And why are some people so determined to always isolate the City of Liverpool from its hinterland, while London is always described in terms of its whole urban area? It just confuses and undermines what would otherwise often be worthwhile comparisons and discussions. Or, to put it another way: “never, ever, compare apples with larger urban zones”.

In a recent Channel 4 documentary, for example, the well-known and respected journalist Michael Burke directly compared the forecast population growths, by 2039, of the City of Liverpool single local authority area against that of the combined 33 local authority areas of Greater London: 42,722 versus 2.187,708. I mean, what bizarre point is such an inappropriate comparison even trying to make? It is like comparing the projected growth of a normal sized-person’s head with the projected growth of the whole of an obese person, over a protracted period.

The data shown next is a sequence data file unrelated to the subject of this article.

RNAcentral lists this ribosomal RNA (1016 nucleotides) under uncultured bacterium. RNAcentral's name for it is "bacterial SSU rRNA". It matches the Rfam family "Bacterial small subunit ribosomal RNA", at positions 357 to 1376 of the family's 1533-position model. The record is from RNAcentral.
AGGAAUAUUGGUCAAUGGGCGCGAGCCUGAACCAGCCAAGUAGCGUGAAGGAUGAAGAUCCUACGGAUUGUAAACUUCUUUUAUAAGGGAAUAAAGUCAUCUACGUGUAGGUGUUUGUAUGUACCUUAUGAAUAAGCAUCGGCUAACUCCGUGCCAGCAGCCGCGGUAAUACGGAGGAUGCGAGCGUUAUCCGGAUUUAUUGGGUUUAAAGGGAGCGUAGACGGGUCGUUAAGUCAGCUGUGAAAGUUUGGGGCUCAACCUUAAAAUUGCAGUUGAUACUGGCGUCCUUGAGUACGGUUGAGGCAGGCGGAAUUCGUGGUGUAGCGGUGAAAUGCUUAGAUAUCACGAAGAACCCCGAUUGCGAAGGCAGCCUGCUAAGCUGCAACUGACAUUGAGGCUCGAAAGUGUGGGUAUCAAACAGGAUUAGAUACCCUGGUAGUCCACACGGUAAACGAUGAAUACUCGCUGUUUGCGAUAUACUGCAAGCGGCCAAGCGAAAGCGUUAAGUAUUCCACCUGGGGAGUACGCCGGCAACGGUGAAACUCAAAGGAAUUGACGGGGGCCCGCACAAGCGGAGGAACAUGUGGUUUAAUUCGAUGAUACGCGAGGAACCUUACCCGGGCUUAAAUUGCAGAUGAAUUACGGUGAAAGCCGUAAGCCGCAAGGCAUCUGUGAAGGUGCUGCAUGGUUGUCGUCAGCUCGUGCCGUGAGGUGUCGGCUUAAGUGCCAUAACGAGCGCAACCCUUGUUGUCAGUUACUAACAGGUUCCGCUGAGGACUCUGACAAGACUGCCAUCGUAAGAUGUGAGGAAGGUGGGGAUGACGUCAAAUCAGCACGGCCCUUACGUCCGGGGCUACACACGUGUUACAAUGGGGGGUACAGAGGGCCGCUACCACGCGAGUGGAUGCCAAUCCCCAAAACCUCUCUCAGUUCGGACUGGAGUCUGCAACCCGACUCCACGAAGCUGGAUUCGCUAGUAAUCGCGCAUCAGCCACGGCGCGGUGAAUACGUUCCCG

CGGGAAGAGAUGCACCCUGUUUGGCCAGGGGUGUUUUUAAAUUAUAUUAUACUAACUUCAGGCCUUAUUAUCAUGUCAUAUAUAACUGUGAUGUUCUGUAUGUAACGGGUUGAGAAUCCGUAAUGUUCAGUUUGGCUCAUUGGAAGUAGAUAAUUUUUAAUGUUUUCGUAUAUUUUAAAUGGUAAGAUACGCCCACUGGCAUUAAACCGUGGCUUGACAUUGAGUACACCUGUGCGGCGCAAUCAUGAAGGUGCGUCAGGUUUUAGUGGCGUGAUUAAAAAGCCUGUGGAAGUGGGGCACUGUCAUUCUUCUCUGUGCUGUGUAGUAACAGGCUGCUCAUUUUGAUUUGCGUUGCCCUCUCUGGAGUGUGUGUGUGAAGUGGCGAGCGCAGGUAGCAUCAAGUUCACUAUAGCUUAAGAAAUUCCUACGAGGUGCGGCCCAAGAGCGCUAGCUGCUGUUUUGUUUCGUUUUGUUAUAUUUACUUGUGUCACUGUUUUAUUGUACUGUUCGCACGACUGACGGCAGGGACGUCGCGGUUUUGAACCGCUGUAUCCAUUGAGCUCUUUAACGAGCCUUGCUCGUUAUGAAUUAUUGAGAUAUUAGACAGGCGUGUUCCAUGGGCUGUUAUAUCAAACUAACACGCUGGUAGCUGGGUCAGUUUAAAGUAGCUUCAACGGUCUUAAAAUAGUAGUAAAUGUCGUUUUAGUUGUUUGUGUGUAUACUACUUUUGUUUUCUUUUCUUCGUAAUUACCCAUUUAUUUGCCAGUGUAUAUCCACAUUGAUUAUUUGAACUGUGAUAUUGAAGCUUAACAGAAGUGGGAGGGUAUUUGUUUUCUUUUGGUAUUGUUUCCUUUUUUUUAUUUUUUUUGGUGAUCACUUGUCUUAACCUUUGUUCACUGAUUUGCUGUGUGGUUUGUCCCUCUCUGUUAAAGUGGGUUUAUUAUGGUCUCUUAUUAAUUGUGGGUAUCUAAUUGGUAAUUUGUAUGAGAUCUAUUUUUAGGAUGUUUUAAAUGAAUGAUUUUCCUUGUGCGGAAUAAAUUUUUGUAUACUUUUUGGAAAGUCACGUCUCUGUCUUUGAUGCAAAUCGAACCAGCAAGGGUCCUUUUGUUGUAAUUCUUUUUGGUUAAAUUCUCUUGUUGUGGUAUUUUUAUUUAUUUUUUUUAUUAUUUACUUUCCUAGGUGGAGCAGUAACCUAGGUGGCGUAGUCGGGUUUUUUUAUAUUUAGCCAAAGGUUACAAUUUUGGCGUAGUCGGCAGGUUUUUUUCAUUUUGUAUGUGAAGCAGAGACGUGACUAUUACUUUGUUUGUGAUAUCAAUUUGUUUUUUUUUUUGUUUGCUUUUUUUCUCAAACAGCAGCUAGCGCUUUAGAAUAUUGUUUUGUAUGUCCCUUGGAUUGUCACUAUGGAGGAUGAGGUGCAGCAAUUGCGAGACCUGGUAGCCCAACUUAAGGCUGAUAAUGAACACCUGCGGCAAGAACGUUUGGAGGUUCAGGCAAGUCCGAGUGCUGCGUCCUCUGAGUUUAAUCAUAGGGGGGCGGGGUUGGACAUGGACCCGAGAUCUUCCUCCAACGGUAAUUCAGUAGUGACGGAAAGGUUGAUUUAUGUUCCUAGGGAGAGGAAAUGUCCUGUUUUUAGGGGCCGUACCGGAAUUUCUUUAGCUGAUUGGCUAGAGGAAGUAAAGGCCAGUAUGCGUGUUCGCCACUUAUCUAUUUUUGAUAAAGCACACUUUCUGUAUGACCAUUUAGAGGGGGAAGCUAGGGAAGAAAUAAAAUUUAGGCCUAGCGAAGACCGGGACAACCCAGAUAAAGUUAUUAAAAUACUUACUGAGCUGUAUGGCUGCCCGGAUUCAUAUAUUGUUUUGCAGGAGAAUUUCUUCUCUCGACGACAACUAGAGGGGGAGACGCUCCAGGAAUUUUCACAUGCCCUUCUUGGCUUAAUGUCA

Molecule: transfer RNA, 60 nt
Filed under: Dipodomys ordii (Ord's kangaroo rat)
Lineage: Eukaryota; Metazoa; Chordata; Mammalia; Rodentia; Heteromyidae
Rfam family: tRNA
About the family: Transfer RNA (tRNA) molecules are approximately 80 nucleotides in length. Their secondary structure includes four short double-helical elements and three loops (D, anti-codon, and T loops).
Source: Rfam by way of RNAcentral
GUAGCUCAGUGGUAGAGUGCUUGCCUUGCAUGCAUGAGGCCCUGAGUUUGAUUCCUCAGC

Having said all that, there is an important sensible conversation to be had as to why the populations of the Greater Liverpool metropolis and others haven’t grown as fast as maybe should have been the case, whilst, in recent times, the Greater London population has been burgeoning. But constantly pitching it as some sort of rare local apocalypse helps no one.

Dave Mail has declared himself CityMetric’s Liverpool City Region correspondent. He will be updating us on the brave new world of Liverpool City Region, mostly monthly, in ‘E-mail from Liverpool City Region’ and he is on twitter @davemail2017.